It’s not as sophisticated or as fast with breaking news as eNCA but it does the job.

Last year I did a story of how the 7pm prime-time news show on was stealing viewers from that of SABC 3 news and Alette Schoon, a Rhodes University TV lecturer who has worked in the industry, pointed out to me the strengths and weaknesses of both eNCA and SABC. The important thing to remember is one is a commercial enterprise and the other is a public broadcaster. How interesting is this analysis from Schoon:

“In terms of quality in terms of visual storytelling and writing for the ear I must say I personally appreciate e,tv. US journalist Al Tomkins summarises the technique of producing good TV news in three phrases – shoot for the eye, write for the ear, and aim for the heart .  Just in terms of the principles of producing TV news, one should work within the confines of a medium that uses pictures and the spoken word.

“This means that a story for TV or radio should be written very differently from a print article – it demands strong verbs and short sentences, for example. Visuals need to pull in viewers and relate to content of the story. Journalists should also recognise that TV is a very personal emotional medium, and put people into their stories.

“I often find that SABC journalists don’t bother to change Sapa copy much and visuals are often just journalists listening to a ministerial press conference.

“While there is an attempt to introduce ordinary people as characters, these don’t go far beyond a grateful beneficiary of some project or a short comment from a victim. In terms of’ shooting for the eye, writing for the ear and aiming for the heart, seems to invest a lot in training to induct their new journalists in these techniques, and it shows – allowing them to produce more compelling television.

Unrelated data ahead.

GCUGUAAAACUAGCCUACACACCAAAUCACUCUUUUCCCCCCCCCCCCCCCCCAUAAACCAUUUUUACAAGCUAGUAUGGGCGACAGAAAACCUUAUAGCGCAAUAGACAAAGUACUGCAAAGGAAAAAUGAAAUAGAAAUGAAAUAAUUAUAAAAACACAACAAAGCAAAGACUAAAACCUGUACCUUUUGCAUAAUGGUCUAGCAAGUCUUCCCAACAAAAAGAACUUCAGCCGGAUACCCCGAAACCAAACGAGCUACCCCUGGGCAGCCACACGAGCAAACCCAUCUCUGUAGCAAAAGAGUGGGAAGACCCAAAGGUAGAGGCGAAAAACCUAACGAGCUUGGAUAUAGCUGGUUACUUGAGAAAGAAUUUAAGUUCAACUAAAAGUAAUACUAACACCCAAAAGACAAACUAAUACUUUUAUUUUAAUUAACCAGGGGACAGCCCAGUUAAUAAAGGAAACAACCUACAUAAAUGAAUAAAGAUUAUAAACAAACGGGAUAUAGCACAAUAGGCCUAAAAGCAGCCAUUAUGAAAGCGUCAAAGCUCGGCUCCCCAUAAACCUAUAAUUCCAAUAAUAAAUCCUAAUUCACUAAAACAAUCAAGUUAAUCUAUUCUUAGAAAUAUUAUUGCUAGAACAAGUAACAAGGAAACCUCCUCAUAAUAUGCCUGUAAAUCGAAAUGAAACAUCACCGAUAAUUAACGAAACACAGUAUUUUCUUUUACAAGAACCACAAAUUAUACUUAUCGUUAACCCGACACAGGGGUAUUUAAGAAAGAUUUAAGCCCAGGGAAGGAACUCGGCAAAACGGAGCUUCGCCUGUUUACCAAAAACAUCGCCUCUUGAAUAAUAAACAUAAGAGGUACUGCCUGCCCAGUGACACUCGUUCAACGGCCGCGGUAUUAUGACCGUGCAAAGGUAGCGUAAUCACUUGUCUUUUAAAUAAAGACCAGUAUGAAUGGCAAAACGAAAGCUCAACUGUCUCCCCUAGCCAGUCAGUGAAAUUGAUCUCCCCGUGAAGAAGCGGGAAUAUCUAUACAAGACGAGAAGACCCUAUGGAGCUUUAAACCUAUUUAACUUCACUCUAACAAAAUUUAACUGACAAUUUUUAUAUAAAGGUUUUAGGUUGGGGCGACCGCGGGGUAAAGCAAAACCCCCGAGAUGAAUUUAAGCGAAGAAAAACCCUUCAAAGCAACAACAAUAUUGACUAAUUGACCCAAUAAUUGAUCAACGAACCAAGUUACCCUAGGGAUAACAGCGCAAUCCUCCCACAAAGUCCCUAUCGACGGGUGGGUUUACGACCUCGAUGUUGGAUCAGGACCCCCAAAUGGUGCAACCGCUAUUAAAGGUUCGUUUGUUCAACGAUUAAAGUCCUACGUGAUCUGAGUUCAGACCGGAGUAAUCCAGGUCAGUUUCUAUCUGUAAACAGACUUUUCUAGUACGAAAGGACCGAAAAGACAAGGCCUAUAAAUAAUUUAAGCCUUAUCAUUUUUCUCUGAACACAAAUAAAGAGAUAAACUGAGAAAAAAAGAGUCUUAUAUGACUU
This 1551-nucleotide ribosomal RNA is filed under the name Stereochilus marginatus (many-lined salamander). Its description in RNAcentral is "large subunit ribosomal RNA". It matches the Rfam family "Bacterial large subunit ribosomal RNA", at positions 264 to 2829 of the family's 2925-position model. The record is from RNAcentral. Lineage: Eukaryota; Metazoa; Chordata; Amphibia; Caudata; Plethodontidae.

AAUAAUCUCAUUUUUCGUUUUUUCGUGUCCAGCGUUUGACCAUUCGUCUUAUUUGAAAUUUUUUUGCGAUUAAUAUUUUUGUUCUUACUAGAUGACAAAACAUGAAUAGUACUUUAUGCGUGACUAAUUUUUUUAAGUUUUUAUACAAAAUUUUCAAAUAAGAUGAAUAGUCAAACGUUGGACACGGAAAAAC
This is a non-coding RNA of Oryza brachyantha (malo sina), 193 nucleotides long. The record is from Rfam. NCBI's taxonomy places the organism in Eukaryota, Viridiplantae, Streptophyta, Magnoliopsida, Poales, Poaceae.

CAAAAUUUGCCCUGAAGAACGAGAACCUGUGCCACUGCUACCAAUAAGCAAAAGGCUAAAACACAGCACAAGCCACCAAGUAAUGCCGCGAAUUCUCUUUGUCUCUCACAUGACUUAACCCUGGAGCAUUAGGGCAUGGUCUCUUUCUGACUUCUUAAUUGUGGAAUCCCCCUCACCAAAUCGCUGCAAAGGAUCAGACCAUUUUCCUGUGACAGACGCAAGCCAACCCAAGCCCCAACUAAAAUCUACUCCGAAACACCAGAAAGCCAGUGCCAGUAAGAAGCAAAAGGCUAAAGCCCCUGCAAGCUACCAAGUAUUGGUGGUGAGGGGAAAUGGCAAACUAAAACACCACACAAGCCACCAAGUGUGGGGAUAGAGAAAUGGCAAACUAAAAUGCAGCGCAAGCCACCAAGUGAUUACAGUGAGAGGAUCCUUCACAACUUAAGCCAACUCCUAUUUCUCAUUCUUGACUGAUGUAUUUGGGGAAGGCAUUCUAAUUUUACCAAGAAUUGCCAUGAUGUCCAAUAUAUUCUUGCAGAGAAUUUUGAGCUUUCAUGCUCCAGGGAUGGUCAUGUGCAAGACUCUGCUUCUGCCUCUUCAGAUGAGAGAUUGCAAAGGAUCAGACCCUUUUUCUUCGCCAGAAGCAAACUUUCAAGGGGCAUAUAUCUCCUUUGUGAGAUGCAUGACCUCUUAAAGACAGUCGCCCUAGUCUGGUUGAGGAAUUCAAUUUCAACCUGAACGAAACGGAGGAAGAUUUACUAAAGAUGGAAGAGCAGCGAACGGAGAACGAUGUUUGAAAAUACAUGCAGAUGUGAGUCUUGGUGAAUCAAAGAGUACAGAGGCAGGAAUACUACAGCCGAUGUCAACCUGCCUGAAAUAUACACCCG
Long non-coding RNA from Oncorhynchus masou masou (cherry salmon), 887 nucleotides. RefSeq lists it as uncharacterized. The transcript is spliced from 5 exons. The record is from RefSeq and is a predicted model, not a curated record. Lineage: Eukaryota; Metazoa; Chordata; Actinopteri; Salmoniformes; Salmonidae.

“However, adopting the strengths of the medium also puts one at risk of veering towards its great weakness, which is that of sensationalising news, making it purely an issue of individual dramas devoid of more substantial critique or context.

“While does a fine job in terms of making stories personal, I believe there can be a lack of broader context, particularly in terms of relating stories to issues that are not that familiar to middle-class viewers – such as the realities of poverty, for example, the gross underfunding of township schools.

“This is the danger of conceptualising the news audience in terms of a middle class ‘market’ and not as a public consisting of citizens who need to be confronted with issues that may sometimes be difficult for them to digest – such as the very unjust inequalities of our country and the responsibility of middle-class citizens in terms of social transformation.

“While it may be wonderful for’s investors that it is doing so well in terms of the market, I believe news should be more than just a commercial product as it enables democratic deliberation amongst citizens – and there is the danger that if issues are not popular with the market they may be swept under the carpet…

“While SABC, in my opinion, also does not give adequate voice to the poor and activists dealing with issues of poverty, and often over-emphasises the voices of officials and, therefore, the ruling party, I do think there is often more of a sense of our country as struggling with these difficulties and life beyond a middle-class bubble.”

– SA’s leading media commentator, Gill Moodie, offers intelligence on media – old and new. Reprinted from her site Grubstreet.